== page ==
Dan Wilson on “Electric Music” on the Victorian stage.

• Mix of the week: Fact Mix 414 by Julianna Barwick.

• The BFI chooses 10 great British rural horror films.

Dunwich – The search for Britain’s Atlantis.

The Grand Canyon filled with fog.

• The Bells of Dunwich (1975) by Stone Angel | O.O.B.E. (1992) by The Orb (feat. Colin Wilson) | Why We Make It Difficult On Ourselves (2010) by Anthony Reynolds & Colin Wilson

Bookmark: Mervyn Peake

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Another not-so-old TV documentary. It’s good to keep finding these as I have no means at the moment of viewing all the video tapes I’ve kept. Bookmark is (or was) a BBC series about the lives of various writers. This edition concerns author and artist Mervyn Peake, and was broadcast in 1998, shortly before the BBC screened their flawed dramatisation of the Gormenghast books.

Peake’s three children—Sebastian, Fabian and Clare—all recall life with their father, while other contributors, Quentin Crisp among them, discuss his work, his experiences during the Second World War, and life on the island of Sark. The narrator is Julian Glover, and the readings are by Simon Russell Beale. The catastrophic collapse of Peake’s health that occurred when he’d barely reached middle age means a journey through his biography is always a sombre business, but it does make the scale of his achievements seem all the more remarkable. The film is 48-minutes long, and may be viewed here.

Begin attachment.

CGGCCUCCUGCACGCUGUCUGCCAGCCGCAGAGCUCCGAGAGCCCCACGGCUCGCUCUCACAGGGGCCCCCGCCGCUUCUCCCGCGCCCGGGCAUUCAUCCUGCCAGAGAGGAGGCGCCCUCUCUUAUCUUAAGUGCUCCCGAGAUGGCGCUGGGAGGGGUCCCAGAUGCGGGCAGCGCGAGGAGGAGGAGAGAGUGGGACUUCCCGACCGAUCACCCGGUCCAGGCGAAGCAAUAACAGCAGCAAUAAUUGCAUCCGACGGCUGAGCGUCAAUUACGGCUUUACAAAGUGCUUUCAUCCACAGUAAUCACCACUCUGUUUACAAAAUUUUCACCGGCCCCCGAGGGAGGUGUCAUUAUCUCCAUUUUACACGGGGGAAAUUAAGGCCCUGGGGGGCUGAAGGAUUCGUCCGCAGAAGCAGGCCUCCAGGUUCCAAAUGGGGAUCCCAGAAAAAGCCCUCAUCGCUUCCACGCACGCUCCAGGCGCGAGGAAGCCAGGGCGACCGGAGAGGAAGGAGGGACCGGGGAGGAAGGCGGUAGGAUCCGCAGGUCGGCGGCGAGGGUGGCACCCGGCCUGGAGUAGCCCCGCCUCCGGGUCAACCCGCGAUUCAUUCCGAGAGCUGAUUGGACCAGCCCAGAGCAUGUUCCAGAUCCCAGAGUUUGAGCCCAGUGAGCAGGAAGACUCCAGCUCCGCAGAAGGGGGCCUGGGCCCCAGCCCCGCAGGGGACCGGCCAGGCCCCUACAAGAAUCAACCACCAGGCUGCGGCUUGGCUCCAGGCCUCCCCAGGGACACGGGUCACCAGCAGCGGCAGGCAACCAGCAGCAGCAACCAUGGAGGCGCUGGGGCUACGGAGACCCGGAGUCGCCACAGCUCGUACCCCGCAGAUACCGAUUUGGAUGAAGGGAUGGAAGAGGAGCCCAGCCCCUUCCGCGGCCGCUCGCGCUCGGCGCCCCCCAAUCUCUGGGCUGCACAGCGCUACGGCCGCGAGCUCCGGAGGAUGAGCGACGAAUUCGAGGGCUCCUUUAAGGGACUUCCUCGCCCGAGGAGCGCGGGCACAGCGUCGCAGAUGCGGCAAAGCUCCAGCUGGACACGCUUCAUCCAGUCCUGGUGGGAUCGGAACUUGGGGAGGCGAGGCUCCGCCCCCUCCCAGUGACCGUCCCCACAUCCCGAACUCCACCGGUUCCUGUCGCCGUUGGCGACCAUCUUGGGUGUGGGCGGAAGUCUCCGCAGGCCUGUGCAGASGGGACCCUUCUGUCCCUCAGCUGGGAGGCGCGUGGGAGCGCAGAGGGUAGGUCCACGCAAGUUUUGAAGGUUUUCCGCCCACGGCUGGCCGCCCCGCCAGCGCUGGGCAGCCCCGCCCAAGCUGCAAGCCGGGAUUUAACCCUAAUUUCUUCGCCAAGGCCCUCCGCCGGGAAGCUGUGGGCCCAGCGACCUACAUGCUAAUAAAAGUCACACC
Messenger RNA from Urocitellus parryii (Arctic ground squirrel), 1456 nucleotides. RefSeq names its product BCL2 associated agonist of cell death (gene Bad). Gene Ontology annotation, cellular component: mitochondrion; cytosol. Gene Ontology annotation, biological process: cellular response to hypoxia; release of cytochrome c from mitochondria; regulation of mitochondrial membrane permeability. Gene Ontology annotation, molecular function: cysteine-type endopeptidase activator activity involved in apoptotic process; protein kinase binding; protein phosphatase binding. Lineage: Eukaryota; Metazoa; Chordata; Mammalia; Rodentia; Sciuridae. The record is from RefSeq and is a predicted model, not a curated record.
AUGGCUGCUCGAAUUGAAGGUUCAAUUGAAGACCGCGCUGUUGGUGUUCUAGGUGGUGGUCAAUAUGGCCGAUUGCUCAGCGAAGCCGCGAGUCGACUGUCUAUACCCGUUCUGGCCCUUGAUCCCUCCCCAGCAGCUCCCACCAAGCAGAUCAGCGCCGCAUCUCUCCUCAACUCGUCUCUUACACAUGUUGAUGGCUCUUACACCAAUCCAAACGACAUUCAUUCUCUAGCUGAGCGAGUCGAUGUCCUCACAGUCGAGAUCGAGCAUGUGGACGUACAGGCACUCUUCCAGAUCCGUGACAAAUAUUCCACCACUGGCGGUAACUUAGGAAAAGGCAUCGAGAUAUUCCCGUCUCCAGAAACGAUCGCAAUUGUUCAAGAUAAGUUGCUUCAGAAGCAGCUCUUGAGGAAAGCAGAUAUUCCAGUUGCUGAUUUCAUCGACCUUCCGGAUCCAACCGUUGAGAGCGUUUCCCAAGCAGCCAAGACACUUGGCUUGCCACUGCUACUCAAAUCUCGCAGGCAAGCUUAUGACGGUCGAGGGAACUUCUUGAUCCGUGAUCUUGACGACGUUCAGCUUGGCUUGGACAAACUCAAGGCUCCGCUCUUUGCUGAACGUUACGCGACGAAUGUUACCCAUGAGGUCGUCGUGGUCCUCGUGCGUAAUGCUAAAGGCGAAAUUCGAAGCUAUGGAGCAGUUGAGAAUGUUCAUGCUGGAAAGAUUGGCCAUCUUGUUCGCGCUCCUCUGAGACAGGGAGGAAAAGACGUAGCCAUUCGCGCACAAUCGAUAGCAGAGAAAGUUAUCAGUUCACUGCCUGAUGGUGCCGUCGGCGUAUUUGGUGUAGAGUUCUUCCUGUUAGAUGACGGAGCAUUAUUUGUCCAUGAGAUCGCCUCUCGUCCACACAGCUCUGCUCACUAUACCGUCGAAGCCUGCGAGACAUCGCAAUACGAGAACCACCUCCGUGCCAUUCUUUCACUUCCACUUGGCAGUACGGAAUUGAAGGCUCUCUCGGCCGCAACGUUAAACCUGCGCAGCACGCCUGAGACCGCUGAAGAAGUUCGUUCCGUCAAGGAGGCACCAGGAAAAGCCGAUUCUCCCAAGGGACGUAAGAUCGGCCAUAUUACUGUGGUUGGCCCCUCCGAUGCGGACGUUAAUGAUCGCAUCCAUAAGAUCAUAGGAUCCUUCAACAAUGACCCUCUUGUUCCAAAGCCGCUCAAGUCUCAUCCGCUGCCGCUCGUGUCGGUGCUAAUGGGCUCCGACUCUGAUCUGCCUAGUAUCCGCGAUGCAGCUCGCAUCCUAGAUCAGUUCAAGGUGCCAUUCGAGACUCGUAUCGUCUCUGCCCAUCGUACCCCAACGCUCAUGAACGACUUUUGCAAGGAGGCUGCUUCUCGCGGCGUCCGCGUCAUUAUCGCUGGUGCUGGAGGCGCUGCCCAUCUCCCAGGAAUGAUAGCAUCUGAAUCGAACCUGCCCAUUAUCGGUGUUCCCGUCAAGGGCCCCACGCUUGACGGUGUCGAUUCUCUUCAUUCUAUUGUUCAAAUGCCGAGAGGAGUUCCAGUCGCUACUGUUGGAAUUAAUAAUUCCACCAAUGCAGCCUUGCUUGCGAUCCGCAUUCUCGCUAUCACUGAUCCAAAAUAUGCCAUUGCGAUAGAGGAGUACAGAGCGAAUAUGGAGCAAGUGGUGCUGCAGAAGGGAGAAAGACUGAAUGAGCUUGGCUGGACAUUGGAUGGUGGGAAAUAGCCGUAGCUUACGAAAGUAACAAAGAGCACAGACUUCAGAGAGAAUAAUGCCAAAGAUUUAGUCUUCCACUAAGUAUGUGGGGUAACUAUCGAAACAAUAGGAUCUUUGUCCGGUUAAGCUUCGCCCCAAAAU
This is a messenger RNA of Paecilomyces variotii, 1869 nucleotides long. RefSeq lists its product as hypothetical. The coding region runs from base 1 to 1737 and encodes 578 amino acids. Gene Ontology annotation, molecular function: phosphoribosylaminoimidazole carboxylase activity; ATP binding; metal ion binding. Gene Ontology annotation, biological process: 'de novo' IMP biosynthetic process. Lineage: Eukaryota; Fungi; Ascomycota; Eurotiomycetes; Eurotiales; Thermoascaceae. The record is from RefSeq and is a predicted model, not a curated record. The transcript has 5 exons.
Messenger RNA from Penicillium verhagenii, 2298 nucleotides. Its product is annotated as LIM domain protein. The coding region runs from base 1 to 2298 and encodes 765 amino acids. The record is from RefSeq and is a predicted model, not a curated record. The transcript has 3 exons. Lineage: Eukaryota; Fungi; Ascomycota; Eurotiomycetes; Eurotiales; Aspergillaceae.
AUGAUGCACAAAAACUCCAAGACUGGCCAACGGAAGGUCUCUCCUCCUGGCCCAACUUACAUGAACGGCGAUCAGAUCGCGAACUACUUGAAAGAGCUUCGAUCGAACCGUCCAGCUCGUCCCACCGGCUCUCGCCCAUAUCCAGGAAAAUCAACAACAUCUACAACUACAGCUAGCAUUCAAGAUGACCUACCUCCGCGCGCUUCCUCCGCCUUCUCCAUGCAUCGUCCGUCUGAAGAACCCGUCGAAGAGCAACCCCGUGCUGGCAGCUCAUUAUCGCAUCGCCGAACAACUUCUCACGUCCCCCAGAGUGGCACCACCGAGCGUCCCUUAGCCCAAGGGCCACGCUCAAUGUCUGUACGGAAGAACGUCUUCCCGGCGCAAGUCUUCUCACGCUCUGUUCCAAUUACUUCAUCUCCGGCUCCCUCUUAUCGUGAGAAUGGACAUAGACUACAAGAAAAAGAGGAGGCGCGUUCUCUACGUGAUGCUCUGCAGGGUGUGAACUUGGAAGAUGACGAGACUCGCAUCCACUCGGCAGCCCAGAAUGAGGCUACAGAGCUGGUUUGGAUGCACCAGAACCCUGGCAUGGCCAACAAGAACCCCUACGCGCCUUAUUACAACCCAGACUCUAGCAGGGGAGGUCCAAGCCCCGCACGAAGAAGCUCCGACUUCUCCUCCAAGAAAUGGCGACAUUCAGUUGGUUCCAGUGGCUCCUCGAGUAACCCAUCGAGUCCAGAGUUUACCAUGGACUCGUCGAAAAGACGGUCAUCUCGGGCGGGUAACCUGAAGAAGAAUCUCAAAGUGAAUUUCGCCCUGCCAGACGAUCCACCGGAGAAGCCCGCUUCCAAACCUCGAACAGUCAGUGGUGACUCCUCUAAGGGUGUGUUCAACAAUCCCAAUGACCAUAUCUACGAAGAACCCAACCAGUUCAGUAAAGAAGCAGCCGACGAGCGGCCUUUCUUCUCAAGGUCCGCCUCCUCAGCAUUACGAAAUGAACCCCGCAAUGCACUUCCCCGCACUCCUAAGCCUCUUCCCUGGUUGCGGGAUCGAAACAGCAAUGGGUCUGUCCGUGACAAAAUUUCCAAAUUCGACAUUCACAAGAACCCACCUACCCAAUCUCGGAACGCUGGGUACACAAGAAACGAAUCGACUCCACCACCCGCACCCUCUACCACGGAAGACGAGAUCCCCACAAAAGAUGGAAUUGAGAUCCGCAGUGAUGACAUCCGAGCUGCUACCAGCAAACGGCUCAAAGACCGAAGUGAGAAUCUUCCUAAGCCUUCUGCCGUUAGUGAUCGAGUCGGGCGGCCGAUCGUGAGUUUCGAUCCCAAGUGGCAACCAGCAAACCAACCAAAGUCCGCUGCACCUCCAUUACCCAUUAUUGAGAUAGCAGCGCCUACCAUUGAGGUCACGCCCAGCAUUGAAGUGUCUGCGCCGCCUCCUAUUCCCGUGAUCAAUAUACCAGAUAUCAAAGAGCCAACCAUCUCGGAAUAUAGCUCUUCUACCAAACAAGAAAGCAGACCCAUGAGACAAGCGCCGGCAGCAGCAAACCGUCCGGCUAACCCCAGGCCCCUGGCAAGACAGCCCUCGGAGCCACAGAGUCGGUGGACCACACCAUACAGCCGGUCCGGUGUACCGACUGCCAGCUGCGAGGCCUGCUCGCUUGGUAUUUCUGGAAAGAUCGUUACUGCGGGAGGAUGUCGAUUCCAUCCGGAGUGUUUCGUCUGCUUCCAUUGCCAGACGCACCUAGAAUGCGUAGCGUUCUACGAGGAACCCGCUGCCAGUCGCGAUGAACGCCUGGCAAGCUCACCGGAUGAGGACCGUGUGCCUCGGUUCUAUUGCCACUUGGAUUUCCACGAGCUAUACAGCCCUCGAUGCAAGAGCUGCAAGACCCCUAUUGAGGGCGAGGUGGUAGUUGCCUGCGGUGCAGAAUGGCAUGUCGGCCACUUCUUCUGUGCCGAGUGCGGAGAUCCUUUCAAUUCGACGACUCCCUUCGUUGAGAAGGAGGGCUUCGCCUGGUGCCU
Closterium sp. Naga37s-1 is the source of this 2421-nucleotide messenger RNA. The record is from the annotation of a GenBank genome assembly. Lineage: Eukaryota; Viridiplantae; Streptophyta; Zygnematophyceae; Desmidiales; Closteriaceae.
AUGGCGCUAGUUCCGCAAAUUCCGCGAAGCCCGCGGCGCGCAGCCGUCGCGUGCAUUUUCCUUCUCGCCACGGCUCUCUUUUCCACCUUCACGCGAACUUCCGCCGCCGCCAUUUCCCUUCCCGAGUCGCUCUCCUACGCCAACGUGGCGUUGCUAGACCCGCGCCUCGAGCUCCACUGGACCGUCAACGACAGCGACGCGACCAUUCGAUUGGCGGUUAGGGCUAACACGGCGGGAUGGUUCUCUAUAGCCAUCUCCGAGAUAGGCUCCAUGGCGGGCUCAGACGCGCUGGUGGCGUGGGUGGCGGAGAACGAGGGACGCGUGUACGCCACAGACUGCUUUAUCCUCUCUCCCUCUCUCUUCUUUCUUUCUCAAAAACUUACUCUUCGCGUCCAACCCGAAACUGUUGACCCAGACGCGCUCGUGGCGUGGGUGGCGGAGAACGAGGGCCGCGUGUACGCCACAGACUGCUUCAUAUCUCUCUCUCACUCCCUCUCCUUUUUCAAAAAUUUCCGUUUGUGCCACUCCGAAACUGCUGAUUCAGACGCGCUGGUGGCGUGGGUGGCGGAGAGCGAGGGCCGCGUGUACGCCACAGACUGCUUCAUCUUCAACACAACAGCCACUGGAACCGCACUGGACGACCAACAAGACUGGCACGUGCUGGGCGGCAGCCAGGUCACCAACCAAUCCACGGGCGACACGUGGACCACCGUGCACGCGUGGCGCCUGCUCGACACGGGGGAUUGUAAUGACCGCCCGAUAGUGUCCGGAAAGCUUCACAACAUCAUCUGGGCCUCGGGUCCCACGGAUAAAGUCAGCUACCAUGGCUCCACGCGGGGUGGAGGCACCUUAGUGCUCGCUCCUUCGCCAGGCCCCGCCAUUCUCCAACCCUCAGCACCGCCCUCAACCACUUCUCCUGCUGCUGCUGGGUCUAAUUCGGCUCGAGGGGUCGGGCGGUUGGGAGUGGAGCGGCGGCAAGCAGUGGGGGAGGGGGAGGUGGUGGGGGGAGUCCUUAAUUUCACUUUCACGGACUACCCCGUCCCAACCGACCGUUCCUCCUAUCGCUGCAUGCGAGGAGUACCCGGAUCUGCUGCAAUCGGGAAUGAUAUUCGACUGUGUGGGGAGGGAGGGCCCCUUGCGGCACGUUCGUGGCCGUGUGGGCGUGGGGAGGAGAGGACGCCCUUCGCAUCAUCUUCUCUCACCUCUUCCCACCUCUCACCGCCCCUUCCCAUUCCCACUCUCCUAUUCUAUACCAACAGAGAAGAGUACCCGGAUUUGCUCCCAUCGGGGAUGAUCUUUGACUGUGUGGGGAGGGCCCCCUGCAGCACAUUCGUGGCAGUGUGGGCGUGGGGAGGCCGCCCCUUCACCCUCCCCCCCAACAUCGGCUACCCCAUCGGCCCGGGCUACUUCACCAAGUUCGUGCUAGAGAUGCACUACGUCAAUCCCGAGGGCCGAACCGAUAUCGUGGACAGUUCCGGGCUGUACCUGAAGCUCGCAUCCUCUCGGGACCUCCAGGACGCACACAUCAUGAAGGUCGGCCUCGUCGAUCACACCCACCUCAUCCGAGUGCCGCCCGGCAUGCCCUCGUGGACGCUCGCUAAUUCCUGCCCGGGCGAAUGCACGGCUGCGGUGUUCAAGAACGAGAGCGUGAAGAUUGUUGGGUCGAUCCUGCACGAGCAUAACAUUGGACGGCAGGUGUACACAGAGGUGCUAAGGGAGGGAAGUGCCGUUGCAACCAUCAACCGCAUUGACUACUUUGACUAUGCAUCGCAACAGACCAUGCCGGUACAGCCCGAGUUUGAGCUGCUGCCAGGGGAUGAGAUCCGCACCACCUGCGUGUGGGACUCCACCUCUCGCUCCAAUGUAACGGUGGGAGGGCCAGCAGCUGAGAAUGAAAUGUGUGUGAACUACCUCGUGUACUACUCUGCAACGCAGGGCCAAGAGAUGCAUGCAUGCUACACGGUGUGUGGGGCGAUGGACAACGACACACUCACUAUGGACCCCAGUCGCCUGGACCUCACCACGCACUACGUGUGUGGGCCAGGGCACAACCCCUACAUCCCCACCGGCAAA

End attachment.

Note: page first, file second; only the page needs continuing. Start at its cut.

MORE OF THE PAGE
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Previously on { feuilleton }
The Web by Joan Ashworth
Peake’s glassblowers
Mervyn Peake in Coronation Street
The Worlds of Mervyn Peake
A profusion of Peake
Mervyn Peake at Maison d’Ailleurs
Peake’s Pan
Buccaneers #1
Mervyn Peake in Lilliput
The Illustrators of Alice

I:MAGE: An Exhibition of Esoteric Artists

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El Trigono de las lesiones (2010) by Cristina Francov.

I:MAGE is an exhibition of occult-inspired art which opens a week on Sunday, 19th May at the Store Street Gallery, Bloomsbury, London. As exhibitions go it’s modest in scale but with an impressive roster of contributors old and new: Agostino Arrivabene, Ithell Colquhoun, Denis Forkas Kostromitin, Steffi Grant, Orryelle, David Chaim Smith, Michael Bertiaux, Andrew Chumbley, Cristina Francov, Barry William Hale, Francesco Parisi, Austin Osman Spare, Jesse Bransford, Peter Dyde, Rik Garrett, Noko, Residue, and Michael Strum. A few examples of the work on display are shown here, some of which will be available for purchase.

The event is being organised by Fulgur Esoterica, and their website has details of some related events including John Constable’s one-man play, Spare (about artist Austin Osman Spare), a one-off performance which will be held at Treadwell’s, London, on the 24th. This catches my attention because Constable was responsible for the acclaimed theatre adaptation of Mervyn Peake’s Gormenghast which David Glass and company staged in the 1990s. It’s always good to find one’s favourite people joined through these lateral connections.

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The Earth Magic Series (2012) by Rik Garrett.

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Steffi Grant.

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Demon by Denis Forkas Kostromitin.